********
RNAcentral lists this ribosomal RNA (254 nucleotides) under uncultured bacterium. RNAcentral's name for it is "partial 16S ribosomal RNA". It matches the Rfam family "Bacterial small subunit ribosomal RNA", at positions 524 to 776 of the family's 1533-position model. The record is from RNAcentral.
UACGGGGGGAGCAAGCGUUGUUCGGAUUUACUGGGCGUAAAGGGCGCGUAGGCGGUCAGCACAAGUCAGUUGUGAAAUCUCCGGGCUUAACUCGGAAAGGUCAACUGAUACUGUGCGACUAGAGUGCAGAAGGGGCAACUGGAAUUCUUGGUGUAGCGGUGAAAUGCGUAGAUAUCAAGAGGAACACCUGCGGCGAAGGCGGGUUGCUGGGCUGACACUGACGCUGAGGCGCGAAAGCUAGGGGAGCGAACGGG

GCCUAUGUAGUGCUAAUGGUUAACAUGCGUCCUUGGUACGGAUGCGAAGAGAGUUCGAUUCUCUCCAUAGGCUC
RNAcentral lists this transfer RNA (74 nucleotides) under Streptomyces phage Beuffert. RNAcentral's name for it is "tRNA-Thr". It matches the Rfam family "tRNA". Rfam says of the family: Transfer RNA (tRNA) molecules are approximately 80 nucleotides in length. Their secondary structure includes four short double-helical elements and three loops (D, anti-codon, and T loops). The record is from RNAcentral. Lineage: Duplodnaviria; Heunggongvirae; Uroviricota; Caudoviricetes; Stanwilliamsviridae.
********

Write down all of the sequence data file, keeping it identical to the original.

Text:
RNAcentral lists this ribosomal RNA (254 nucleotides) under uncultured bacterium. RNAcentral's name for it is "partial 16S ribosomal RNA". It matches the Rfam family "Bacterial small subunit ribosomal RNA", at positions 524 to 776 of the family's 1533-position model. The record is from RNAcentral.
UACGGGGGGAGCAAGCGUUGUUCGGAUUUACUGGGCGUAAAGGGCGCGUAGGCGGUCAGCACAAGUCAGUUGUGAAAUCUCCGGGCUUAACUCGGAAAGGUCAACUGAUACUGUGCGACUAGAGUGCAGAAGGGGCAACUGGAAUUCUUGGUGUAGCGGUGAAAUGCGUAGAUAUCAAGAGGAACACCUGCGGCGAAGGCGGGUUGCUGGGCUGACACUGACGCUGAGGCGCGAAAGCUAGGGGAGCGAACGGG

GCCUAUGUAGUGCUAAUGGUUAACAUGCGUCCUUGGUACGGAUGCGAAGAGAGUUCGAUUCUCUCCAUAGGCUC
RNAcentral lists this transfer RNA (74 nucleotides) under Streptomyces phage Beuffert. RNAcentral's name for it is "tRNA-Thr". It matches the Rfam family "tRNA". Rfam says of the family: Transfer RNA (tRNA) molecules are approximately 80 nucleotides in length. Their secondary structure includes four short double-helical elements and three loops (D, anti-codon, and T loops). The record is from RNAcentral. Lineage: Duplodnaviria; Heunggongvirae; Uroviricota; Caudoviricetes; Stanwilliamsviridae.